Market research

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Market research is the process of systematic gathering, recording, and analyzing of data about customers, competitors, and the market. Market research can help create a business plan, launch a new product or service, fine tune existing products and services, expand into new markets, and so forth. It can be used to determine which portion of the population will purchase the product or service based on variables such as age, gender, location, and income level. Market research can identify the characteristics of a target market, allowing companies to learn more about current and potential customers. In the ideal, market research provides the foundation for the most efficient and satisfying production and availability of goods and services appropriate to public demand.


Contents

History of market research

Market research before the 1900s was not codified into a clearly defined field. Prior to that time, most companies would keep track of their own sales figures and accounting figures, but were not always aware of their competitors' place in the market. Classical economists Jeremy Bentham and David Ricardo advocated that markets were perfectly efficient when every participant had information on their competitors, which compelled businesses to begin engaging in market research.[1]

The early 1900s saw the development of modern marketing techniques as information from economics—domestic and international markets were brought together to begin informing corporate consumers. This led to the realization of a number of tangible statistics and pieces of information from the market useful for promotion of one's company, including sales figures, market share, and so forth. In the 1920s, viable theories were developed in order to maximize a company's presence in any one of these areas. In the 1960s and 1970s, market research took the form of reappraising one's own company as managerial consulting become more popular. Outside analysts were brought in to evaluate a company's efficiency in relation to others in its market, allowing them to present a better face to the public and investors.[2]

Uses of market research

The purpose of market research is to help companies make better business decisions about the development and marketing of new products. Market research represents the voice of the consumer in a company. There are a number of questions that can be answered through market research:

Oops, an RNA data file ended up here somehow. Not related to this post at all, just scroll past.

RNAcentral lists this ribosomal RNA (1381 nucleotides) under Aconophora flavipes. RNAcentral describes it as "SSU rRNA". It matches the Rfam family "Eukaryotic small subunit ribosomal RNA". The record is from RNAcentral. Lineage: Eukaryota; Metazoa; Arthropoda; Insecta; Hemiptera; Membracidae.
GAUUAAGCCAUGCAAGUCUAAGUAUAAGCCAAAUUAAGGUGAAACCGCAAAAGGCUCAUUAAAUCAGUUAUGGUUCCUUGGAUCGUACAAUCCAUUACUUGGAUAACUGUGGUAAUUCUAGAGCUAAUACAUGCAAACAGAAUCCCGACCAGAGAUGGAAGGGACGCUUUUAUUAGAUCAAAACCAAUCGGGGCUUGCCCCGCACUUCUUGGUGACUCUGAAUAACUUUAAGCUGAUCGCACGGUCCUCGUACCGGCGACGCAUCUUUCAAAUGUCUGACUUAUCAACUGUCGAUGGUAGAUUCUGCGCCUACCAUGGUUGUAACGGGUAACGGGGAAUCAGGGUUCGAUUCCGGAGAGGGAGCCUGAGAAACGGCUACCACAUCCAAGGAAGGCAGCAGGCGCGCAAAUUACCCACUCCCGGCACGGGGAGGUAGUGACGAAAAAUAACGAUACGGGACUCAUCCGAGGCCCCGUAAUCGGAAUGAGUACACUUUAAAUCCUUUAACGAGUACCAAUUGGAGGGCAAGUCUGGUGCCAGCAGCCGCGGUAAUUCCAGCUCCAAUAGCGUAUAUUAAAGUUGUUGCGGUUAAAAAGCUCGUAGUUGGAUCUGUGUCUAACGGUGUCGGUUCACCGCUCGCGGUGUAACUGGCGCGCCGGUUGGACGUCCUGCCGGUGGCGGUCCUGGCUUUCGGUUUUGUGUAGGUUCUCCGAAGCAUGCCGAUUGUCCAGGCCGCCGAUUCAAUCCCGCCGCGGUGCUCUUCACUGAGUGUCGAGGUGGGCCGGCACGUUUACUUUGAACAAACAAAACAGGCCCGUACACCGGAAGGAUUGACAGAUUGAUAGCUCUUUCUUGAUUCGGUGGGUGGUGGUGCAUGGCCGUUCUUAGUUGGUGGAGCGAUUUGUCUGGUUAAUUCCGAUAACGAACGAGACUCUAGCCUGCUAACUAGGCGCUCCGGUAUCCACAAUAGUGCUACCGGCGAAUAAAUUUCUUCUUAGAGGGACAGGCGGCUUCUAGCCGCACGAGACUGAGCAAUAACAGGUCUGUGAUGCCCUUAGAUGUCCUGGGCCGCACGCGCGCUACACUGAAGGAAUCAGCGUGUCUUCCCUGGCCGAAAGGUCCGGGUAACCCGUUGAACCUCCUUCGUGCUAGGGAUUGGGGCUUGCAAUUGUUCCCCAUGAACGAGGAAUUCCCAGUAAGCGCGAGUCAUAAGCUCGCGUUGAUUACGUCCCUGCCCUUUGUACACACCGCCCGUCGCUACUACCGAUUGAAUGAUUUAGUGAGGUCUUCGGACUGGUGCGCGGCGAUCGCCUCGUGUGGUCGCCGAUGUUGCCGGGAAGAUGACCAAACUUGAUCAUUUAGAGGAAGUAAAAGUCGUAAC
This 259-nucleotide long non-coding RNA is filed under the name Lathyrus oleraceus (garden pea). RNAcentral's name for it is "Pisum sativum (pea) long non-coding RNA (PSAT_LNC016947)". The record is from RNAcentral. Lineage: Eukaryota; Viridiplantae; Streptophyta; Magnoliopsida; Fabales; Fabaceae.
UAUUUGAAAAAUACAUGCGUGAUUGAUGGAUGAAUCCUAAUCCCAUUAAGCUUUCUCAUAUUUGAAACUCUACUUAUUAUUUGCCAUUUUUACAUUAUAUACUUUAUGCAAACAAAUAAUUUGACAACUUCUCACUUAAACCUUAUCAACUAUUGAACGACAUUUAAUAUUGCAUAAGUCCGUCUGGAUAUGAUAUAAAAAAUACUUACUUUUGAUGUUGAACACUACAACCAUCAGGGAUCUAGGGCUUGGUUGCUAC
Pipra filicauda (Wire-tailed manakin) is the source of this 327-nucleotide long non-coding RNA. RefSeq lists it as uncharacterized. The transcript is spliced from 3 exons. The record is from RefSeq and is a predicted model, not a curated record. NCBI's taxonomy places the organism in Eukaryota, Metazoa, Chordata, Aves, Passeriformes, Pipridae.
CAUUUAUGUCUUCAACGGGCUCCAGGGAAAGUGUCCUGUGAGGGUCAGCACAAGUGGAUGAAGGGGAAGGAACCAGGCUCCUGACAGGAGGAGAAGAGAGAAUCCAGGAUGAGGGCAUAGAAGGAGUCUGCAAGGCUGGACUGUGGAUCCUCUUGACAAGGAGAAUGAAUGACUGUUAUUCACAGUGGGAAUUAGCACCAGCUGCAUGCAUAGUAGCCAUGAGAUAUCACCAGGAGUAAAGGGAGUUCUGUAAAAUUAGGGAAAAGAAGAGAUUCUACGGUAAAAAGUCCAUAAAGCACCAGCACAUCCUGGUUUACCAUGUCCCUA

• What is happening in the market?
  • What are the trends?
  • Who are the competitors?
  • How do consumers talk about the products in the market?
  • Which needs are important?
  • Are the needs being met by current products?

Market research allows companies to confirm demand for their possible idea. This enables them to launch products with more success and also to establish a market position. Surveying the existing market gives companies the ability to best market their products to their appropriate audiences.

Data Obtained Through Market Research

Market information

Market information involves making the prices of the different commodities known in the market, the supply, and the demand. Information about the markets can be obtained in several different varieties and formats. The most basic form of market information is the best quotation and last sale data, including the number of shares, with respect to a particular security at a given time. Market information includes data on who customers are, where they are located, what quantities are demanded, when is the best time to sell, and what is the expected production.

Market segmentation

Market segmentation is the process of dividing a market into distinct subsets (segments) that behave in the same way or have similar needs. Because each segment is fairly homogeneous in their needs and attitudes, they are likely to respond similarly to a given marketing strategy. That is, they are likely to have similar feeling and ideas about a marketing mix comprised of a given product or service, sold at a given price, distributed in a certain way, and promoted in a certain way. Broadly, markets can be divided according to a number of general criteria, such as by industry or public versus private sector. Small segments are often termed "niche" markets or specialty markets. However, all segments fall into either consumer or industrial markets.[3]